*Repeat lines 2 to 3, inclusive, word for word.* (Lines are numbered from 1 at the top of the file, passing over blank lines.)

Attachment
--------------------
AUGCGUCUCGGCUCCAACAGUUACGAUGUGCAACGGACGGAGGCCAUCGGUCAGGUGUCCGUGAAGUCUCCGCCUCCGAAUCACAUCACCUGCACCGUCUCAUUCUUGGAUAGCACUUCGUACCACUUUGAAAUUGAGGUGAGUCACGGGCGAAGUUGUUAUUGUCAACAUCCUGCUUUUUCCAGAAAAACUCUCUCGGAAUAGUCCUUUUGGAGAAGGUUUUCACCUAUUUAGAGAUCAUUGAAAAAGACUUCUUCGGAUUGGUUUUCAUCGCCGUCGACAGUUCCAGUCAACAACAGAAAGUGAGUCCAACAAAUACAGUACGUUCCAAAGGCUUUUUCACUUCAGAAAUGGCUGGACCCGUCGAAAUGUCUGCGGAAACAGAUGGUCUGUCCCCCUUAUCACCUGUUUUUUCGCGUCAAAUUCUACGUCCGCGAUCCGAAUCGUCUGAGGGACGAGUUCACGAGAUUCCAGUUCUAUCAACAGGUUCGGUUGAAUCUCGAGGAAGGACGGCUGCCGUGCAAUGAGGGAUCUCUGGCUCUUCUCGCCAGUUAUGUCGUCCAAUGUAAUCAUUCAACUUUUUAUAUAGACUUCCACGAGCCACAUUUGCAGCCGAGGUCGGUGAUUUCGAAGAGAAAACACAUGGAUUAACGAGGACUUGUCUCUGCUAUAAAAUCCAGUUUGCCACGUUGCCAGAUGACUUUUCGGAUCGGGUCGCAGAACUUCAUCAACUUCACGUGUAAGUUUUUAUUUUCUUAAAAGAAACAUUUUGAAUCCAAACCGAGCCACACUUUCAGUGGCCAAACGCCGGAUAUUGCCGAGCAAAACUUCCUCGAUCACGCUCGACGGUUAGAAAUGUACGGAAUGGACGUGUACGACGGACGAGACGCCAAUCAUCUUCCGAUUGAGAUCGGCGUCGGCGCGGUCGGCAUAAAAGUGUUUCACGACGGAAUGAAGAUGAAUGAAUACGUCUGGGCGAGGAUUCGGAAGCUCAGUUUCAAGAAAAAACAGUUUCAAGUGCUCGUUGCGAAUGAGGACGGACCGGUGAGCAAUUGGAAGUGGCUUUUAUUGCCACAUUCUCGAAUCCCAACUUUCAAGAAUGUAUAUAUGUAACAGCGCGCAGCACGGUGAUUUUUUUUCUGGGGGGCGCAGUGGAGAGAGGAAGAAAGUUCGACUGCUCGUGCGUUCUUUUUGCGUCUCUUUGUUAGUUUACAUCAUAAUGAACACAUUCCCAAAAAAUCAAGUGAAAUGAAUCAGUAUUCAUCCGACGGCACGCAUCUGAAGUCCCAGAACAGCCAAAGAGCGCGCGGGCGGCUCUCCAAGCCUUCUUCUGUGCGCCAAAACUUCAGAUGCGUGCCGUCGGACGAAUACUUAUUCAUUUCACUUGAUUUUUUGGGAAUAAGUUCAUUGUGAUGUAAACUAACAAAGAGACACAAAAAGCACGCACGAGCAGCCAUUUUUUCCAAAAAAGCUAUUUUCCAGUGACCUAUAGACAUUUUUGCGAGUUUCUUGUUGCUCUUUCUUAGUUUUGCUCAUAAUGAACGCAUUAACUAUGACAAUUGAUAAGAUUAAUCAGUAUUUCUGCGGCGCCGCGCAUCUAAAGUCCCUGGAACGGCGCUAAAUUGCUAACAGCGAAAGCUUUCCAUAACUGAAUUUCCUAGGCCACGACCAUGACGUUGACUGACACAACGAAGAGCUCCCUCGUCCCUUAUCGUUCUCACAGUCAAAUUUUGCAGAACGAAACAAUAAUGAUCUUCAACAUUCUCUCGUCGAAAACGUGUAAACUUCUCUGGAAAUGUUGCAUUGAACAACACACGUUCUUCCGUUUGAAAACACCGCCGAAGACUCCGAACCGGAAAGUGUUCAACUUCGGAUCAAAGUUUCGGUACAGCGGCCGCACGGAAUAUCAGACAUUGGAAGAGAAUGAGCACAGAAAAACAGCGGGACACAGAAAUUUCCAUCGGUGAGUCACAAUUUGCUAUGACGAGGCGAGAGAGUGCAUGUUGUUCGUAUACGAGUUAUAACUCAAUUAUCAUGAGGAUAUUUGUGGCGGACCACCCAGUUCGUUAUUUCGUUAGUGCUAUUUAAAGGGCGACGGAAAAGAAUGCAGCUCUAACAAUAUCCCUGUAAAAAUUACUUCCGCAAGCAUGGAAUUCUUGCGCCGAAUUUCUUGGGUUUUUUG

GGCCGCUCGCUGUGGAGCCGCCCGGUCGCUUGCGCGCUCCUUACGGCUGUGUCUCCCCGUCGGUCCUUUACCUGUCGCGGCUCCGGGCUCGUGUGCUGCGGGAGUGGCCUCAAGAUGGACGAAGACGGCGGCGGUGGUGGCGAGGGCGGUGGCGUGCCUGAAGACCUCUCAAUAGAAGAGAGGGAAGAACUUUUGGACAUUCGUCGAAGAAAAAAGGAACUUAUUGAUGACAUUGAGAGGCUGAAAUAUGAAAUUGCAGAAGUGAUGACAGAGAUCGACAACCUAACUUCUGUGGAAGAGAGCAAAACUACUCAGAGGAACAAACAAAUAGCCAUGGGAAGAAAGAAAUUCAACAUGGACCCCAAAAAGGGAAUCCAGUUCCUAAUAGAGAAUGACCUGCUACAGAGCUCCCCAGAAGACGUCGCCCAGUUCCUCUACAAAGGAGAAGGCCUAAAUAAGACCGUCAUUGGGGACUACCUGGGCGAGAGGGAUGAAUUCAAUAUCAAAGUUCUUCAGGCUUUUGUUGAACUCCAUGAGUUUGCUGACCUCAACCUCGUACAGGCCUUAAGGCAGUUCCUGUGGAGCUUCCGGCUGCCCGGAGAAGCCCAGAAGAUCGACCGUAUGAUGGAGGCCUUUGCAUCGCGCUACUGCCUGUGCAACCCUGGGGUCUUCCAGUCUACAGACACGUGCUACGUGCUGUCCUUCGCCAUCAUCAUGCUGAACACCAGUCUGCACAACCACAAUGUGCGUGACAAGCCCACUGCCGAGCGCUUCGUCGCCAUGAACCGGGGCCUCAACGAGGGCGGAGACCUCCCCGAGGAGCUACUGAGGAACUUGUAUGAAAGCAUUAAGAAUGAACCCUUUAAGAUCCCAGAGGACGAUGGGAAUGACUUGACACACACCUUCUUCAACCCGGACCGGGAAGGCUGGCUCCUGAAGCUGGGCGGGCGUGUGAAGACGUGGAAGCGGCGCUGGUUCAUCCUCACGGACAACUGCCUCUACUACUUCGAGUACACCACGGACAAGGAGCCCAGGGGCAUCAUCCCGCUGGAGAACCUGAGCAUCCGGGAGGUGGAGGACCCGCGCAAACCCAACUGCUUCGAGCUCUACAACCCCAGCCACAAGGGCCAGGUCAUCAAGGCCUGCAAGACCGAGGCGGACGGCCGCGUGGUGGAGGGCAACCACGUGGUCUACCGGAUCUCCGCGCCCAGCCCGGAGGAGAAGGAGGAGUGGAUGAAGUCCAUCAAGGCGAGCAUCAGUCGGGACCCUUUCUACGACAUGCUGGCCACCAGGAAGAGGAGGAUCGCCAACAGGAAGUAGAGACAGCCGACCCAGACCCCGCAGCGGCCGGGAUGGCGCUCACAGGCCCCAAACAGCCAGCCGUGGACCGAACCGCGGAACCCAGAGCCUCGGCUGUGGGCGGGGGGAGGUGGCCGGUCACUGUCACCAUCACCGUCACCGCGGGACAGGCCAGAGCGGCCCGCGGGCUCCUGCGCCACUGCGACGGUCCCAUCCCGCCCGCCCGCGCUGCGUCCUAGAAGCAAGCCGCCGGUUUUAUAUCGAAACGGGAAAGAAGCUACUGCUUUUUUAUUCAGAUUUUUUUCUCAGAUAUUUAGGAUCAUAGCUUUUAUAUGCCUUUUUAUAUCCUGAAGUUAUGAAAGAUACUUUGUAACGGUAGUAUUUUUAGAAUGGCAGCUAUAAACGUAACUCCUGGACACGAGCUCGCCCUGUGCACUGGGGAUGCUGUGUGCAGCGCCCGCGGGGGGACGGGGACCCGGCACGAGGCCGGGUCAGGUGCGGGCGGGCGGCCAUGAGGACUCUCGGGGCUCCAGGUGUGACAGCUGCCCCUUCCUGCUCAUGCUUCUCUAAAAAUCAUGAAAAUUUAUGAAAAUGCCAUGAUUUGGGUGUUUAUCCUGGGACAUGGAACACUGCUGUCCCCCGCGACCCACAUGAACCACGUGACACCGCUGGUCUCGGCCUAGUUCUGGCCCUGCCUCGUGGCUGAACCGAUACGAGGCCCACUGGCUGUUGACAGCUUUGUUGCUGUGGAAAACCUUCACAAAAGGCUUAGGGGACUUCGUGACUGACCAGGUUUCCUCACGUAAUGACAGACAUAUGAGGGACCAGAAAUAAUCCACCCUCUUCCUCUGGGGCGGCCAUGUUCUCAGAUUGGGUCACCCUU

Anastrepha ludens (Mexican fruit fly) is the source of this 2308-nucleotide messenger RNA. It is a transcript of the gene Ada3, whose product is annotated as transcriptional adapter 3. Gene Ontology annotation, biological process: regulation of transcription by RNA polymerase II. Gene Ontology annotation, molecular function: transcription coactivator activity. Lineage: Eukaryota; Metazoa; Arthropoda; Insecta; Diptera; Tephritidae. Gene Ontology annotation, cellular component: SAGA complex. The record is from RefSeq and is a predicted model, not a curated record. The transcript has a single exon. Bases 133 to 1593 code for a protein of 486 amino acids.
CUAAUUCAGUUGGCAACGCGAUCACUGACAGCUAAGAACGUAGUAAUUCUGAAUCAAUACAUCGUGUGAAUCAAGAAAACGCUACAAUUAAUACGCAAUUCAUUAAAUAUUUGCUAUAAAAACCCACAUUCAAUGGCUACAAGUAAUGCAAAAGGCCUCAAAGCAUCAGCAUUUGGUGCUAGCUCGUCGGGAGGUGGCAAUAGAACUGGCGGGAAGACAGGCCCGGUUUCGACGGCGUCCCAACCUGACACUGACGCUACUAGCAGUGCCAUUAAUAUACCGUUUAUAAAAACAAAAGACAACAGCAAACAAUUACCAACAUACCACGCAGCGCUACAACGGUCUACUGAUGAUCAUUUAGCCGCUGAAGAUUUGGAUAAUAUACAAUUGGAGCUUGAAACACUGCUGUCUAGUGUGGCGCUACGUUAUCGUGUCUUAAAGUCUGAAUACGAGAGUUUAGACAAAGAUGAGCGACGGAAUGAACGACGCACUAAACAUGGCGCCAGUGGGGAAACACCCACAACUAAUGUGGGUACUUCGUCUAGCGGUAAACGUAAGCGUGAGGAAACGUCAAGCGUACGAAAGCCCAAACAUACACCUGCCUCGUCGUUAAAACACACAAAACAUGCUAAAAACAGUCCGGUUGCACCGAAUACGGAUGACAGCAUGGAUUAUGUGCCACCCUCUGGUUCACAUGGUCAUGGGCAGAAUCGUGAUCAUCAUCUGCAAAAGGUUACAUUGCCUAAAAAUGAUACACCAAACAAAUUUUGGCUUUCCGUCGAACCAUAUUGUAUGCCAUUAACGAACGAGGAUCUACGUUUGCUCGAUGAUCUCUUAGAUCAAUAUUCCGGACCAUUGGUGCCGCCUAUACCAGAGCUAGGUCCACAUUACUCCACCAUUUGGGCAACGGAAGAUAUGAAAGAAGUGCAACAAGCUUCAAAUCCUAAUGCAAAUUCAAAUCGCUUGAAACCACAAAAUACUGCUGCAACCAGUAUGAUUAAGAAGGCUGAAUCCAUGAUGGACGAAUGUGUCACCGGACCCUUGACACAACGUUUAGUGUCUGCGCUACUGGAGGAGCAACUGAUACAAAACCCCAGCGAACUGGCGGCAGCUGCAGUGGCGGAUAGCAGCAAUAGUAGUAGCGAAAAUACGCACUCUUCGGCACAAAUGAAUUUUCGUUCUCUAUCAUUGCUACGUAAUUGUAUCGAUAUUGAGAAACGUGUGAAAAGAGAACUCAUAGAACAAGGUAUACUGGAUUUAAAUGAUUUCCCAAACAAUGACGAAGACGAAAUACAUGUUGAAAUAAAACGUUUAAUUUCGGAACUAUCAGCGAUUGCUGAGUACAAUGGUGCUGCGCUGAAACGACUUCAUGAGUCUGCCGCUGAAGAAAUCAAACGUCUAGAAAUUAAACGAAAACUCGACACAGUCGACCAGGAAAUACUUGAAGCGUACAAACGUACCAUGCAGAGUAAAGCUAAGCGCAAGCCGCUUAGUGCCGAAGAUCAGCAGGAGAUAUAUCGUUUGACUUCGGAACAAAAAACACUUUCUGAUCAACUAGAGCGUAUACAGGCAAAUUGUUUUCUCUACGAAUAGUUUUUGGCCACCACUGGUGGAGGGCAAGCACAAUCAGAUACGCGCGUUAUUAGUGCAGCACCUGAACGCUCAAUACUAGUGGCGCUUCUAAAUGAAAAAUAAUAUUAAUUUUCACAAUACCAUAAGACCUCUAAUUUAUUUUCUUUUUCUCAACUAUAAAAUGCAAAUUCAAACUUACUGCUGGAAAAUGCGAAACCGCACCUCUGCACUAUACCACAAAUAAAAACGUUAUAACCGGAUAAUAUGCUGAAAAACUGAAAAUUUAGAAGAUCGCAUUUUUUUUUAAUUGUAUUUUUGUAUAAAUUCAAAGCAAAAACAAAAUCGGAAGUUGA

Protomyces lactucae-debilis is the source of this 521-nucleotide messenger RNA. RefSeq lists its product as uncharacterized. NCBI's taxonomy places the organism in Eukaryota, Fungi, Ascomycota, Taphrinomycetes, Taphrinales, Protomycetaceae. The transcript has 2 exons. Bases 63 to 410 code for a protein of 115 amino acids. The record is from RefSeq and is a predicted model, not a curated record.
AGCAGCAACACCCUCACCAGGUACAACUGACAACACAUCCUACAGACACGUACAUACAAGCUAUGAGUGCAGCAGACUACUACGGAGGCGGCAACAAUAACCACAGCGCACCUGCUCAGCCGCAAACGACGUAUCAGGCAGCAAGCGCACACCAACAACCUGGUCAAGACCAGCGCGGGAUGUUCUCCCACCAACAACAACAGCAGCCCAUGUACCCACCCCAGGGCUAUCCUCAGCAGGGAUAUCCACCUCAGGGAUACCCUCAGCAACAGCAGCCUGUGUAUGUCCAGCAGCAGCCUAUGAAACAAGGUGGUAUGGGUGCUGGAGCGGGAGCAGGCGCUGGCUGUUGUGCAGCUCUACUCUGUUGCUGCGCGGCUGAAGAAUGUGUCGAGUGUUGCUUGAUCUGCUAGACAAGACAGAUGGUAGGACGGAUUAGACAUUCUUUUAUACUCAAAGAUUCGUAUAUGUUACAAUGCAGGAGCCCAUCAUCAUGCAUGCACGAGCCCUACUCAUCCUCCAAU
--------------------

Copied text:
GGCCGCUCGCUGUGGAGCCGCCCGGUCGCUUGCGCGCUCCUUACGGCUGUGUCUCCCCGUCGGUCCUUUACCUGUCGCGGCUCCGGGCUCGUGUGCUGCGGGAGUGGCCUCAAGAUGGACGAAGACGGCGGCGGUGGUGGCGAGGGCGGUGGCGUGCCUGAAGACCUCUCAAUAGAAGAGAGGGAAGAACUUUUGGACAUUCGUCGAAGAAAAAAGGAACUUAUUGAUGACAUUGAGAGGCUGAAAUAUGAAAUUGCAGAAGUGAUGACAGAGAUCGACAACCUAACUUCUGUGGAAGAGAGCAAAACUACUCAGAGGAACAAACAAAUAGCCAUGGGAAGAAAGAAAUUCAACAUGGACCCCAAAAAGGGAAUCCAGUUCCUAAUAGAGAAUGACCUGCUACAGAGCUCCCCAGAAGACGUCGCCCAGUUCCUCUACAAAGGAGAAGGCCUAAAUAAGACCGUCAUUGGGGACUACCUGGGCGAGAGGGAUGAAUUCAAUAUCAAAGUUCUUCAGGCUUUUGUUGAACUCCAUGAGUUUGCUGACCUCAACCUCGUACAGGCCUUAAGGCAGUUCCUGUGGAGCUUCCGGCUGCCCGGAGAAGCCCAGAAGAUCGACCGUAUGAUGGAGGCCUUUGCAUCGCGCUACUGCCUGUGCAACCCUGGGGUCUUCCAGUCUACAGACACGUGCUACGUGCUGUCCUUCGCCAUCAUCAUGCUGAACACCAGUCUGCACAACCACAAUGUGCGUGACAAGCCCACUGCCGAGCGCUUCGUCGCCAUGAACCGGGGCCUCAACGAGGGCGGAGACCUCCCCGAGGAGCUACUGAGGAACUUGUAUGAAAGCAUUAAGAAUGAACCCUUUAAGAUCCCAGAGGACGAUGGGAAUGACUUGACACACACCUUCUUCAACCCGGACCGGGAAGGCUGGCUCCUGAAGCUGGGCGGGCGUGUGAAGACGUGGAAGCGGCGCUGGUUCAUCCUCACGGACAACUGCCUCUACUACUUCGAGUACACCACGGACAAGGAGCCCAGGGGCAUCAUCCCGCUGGAGAACCUGAGCAUCCGGGAGGUGGAGGACCCGCGCAAACCCAACUGCUUCGAGCUCUACAACCCCAGCCACAAGGGCCAGGUCAUCAAGGCCUGCAAGACCGAGGCGGACGGCCGCGUGGUGGAGGGCAACCACGUGGUCUACCGGAUCUCCGCGCCCAGCCCGGAGGAGAAGGAGGAGUGGAUGAAGUCCAUCAAGGCGAGCAUCAGUCGGGACCCUUUCUACGACAUGCUGGCCACCAGGAAGAGGAGGAUCGCCAACAGGAAGUAGAGACAGCCGACCCAGACCCCGCAGCGGCCGGGAUGGCGCUCACAGGCCCCAAACAGCCAGCCGUGGACCGAACCGCGGAACCCAGAGCCUCGGCUGUGGGCGGGGGGAGGUGGCCGGUCACUGUCACCAUCACCGUCACCGCGGGACAGGCCAGAGCGGCCCGCGGGCUCCUGCGCCACUGCGACGGUCCCAUCCCGCCCGCCCGCGCUGCGUCCUAGAAGCAAGCCGCCGGUUUUAUAUCGAAACGGGAAAGAAGCUACUGCUUUUUUAUUCAGAUUUUUUUCUCAGAUAUUUAGGAUCAUAGCUUUUAUAUGCCUUUUUAUAUCCUGAAGUUAUGAAAGAUACUUUGUAACGGUAGUAUUUUUAGAAUGGCAGCUAUAAACGUAACUCCUGGACACGAGCUCGCCCUGUGCACUGGGGAUGCUGUGUGCAGCGCCCGCGGGGGGACGGGGACCCGGCACGAGGCCGGGUCAGGUGCGGGCGGGCGGCCAUGAGGACUCUCGGGGCUCCAGGUGUGACAGCUGCCCCUUCCUGCUCAUGCUUCUCUAAAAAUCAUGAAAAUUUAUGAAAAUGCCAUGAUUUGGGUGUUUAUCCUGGGACAUGGAACACUGCUGUCCCCCGCGACCCACAUGAACCACGUGACACCGCUGGUCUCGGCCUAGUUCUGGCCCUGCCUCGUGGCUGAACCGAUACGAGGCCCACUGGCUGUUGACAGCUUUGUUGCUGUGGAAAACCUUCACAAAAGGCUUAGGGGACUUCGUGACUGACCAGGUUUCCUCACGUAAUGACAGACAUAUGAGGGACCAGAAAUAAUCCACCCUCUUCCUCUGGGGCGGCCAUGUUCUCAGAUUGGGUCACCCUU

Anastrepha ludens (Mexican fruit fly) is the source of this 2308-nucleotide messenger RNA. It is a transcript of the gene Ada3, whose product is annotated as transcriptional adapter 3. Gene Ontology annotation, biological process: regulation of transcription by RNA polymerase II. Gene Ontology annotation, molecular function: transcription coactivator activity. Lineage: Eukaryota; Metazoa; Arthropoda; Insecta; Diptera; Tephritidae. Gene Ontology annotation, cellular component: SAGA complex. The record is from RefSeq and is a predicted model, not a curated record. The transcript has a single exon. Bases 133 to 1593 code for a protein of 486 amino acids.